Mass spectrometry of lens fiber membrane proteins
Shearer, David B.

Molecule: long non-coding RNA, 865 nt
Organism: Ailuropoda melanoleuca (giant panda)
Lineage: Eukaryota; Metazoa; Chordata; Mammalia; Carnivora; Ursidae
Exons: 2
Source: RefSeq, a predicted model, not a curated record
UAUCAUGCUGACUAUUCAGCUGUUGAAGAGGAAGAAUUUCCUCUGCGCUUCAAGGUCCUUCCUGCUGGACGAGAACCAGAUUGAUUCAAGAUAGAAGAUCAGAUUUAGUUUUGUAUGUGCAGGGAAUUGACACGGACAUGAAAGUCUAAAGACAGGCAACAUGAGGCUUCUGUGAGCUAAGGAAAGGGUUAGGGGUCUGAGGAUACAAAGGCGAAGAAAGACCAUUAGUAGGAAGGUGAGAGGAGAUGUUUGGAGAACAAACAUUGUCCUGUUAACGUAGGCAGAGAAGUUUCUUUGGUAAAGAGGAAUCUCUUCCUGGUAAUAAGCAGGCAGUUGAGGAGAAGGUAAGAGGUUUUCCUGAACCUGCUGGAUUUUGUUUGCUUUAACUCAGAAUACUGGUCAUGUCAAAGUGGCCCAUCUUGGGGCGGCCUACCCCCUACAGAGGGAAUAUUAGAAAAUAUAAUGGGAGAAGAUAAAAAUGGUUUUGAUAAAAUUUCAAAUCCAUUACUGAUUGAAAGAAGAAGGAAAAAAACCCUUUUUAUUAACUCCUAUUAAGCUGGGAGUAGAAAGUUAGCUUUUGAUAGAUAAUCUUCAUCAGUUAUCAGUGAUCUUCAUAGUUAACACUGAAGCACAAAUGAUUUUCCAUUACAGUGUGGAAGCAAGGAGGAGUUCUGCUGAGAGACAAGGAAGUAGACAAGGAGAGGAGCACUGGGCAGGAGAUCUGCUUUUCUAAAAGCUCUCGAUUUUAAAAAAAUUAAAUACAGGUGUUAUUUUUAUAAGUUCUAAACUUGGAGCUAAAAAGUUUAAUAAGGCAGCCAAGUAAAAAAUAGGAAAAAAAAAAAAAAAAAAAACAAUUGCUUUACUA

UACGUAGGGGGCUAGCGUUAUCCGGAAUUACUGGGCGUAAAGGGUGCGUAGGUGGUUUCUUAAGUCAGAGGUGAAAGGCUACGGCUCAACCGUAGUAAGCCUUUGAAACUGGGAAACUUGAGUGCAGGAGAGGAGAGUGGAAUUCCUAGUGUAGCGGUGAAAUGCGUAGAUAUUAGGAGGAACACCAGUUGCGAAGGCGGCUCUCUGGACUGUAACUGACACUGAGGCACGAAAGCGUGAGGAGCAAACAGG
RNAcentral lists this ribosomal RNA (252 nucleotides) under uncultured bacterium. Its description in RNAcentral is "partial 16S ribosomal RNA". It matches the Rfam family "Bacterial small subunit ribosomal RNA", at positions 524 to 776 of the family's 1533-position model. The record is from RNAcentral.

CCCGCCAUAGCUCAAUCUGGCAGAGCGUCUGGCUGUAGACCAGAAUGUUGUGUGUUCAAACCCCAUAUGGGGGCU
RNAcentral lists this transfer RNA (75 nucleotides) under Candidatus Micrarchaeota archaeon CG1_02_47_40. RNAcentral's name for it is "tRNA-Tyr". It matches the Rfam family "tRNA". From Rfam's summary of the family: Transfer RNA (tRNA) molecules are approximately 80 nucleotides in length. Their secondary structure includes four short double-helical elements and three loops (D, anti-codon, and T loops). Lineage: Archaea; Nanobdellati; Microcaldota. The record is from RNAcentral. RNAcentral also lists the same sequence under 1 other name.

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Gap junctions are communicating junctions between cells that allow small molecules to pass from the cytoplasm of one cell to the cytoplasm of an adjacent cell. The pores of gap junctions are comprised of two adjacent connexons on neighboring cells, and each connexon is comprised of six connexin proteins. The eye lens of vertebrates is an avascular tissue that is dependent on gap junctions for the distribution of nutrients as well as the removal of waste products. In addition, as the lens cells develop into fibers, they lose their intracellular organelles including the membrane-bound organelles, and are highly dependent on connexons for movement of metabolites and waste materials. Only two connexins, in Bos Taurus Cx44 and Cx49, are highly expressed in lens fiber cells. Thus, the lens offers an excellent system for studying gap junctions. In this study, high-pressure liquid chromatography (HPLC) and mass spectrometry (MS) techniques were used to isolate and characterize connexin proteins from the eye lens of the cow and mouse. Despite over 300 proteins being identified from bovine lens using MS techniques, it was still possible to identify the two connexin proteins following proteolytic digests and MS analysis of the resultant peptides. Several post- translational modifications (PTMs) were identified and characterized in lens fiber connexins, including phosphorylations, acetylations and deamidations and proteolytic cleavages. Changes in phosphorylation of several other lens proteins upon the activation of protein kinase C were also identified. Detection of the orthologous proteins in mouse lens proved more challenging, but peptides derived from both connexin proteins were also detected from this tissue and PTMs of mouse connexins were also observed. Glutathione-S-transferase fusions to mouse Cx44 and Cx50 were used to identify a number of proteins that may interact with the mouse connexins, and the relevance of those interactions was considered. The utility of mass spectrometry to the identification of specific proteins from complex mixtures was clearly demonstrated, and its application to understanding the functional relevance of PTMs was discussed.